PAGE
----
Citizen science: knowing your food’s carbon footprint
Online study suggests the public may not understand the difference between a food’s carbon footprint and its calorie content.
Sustainable food consumption is considered critical for combatting climate change. Sustainable food choices are thought to be key to reducing the environmental impact of human food consumption, with the food lifecycle contributing 20–30% of global greenhouse gas emissions. Increasing healthy diet choices are also key to improving consumer health by reducing diet-related chronic diseases. It is therefore essential to move consumers toward more sustainable and healthy diets.
Evidence based dietary guidelines, advice, and policy encourages people toward sustainable and healthy diets, but recent research suggests there is a food-knowledge disconnect between the food research community and the general public, with citizens typically underestimating the carbon footprint of foods, and misestimating the portion sizes, and energy content of foods.
A new study from a collaboration of academics from the University of Sheffield, City, University of London and nine other institutions investigated how a ‘citizen science’ approach could be used to address a series of aims: to measure citizens’ perceptions of a food’s carbon footprint (embodied carbon emissions) and energy content (calories/Kcal); to assess how portion sizes and food type impacts citizens’ perception; to assess the impact of three different data input methods on citizen responses to online questions.
Citizen science is the involvement of the public in scientific research, typically using the power of collaborative volunteer research to explore or collect large data sets for study. ‘Zooniverse’ is one of a number of online citizen science portals where academics and volunteers from the public collaborate on a wide range of research projects, from exploring spiral galaxies to counting cells of modern and fossil leaves.In the current study, approximately 500 ‘citizens’ took part in a Zooniverse survey where they were shown a series of images in random order, from one of ten food types (boiled rice, cheese, puffed rice cereal, boiled rice, baked beans, chicken breast, beef mince, fried chips, sliced apple, raw carrot) in one of three different portion sizes (small, medium, large).
On some presentations the weight of the portion was shown, and others it was not. On each presentation measures of the estimated carbon footprint of the food and estimated weight of the food was requested from the user. Three input methods were trialled to input this information: a multiple choice selection of answers, a slider bar with minimum and maximum ranges, or a text box where respondents could type a numerical estimate.
The study found that the majority of citizens overestimated the carbon footprints of presented food (75%), with fewer underestimating (11%) the footprint and 14% correctly guessing the amount. Here multiple choice answers appeared to be more accurate than the other input methods offered.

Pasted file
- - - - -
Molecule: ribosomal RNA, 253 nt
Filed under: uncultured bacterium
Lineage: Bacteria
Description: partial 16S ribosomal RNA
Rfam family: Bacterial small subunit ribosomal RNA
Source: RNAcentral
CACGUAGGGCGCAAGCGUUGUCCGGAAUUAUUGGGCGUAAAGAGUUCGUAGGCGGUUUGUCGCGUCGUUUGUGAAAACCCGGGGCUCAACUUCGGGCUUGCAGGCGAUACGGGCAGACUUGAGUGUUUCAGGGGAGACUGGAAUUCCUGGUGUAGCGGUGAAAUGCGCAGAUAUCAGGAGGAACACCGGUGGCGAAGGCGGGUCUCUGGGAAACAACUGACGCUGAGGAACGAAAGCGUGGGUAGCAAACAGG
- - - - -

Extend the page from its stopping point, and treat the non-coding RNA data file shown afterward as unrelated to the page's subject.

Overall, about 60% of citizens overestimated the energy content (calories) of food presented, with 17% underestimating, and 24% correctly guessing the correct amounts. While overestimates were more likely with the multiple choice input method, so were correct responses when compared to the slide bar or text box method.
Portion size was found to affect citizen responses, whereby, overall, they could correctly estimate that there was difference in energy content between small, medium and large portions of food, but were not able to distinguish a difference in carbon footprint between small and medium portions of food, only between medium and large portions.
The type of food presented influenced carbon footprint estimates, with beef mince and raw carrot batons estimated to have the highest and lowest footprints. All foods were perceived as having significantly higher energy content than raw carrot, with the exception of sliced apple.
A crucial, and surprising finding of the study was that there was a strong correlation between citizens’ estimates of a food’s carbon footprint and their estimates of its energy content, which counters the findings of previous research.
The finding suggests that the majority of respondents were unable to accurately estimate or distinguish between the energy content and carbon footprint of food, highlighting the need for further education of the public, with particular focus on understanding the carbon footprint of food.
Research lead on the study, Dr Christian Reynolds, Lecturer in Food Policy at the Centre for Food Policy, City, University of London said:
This study shows that there is a food knowledge disconnect between the food research community and citizens. We can see that there is confusion over the carbon footprint and energy density of foods. But this study is also hopeful, we have shown that citizen science methods can be used to make better research, and help educate both citizens and researchers.
The study is published in the journal, Frontiers in Sustainable Food Systems.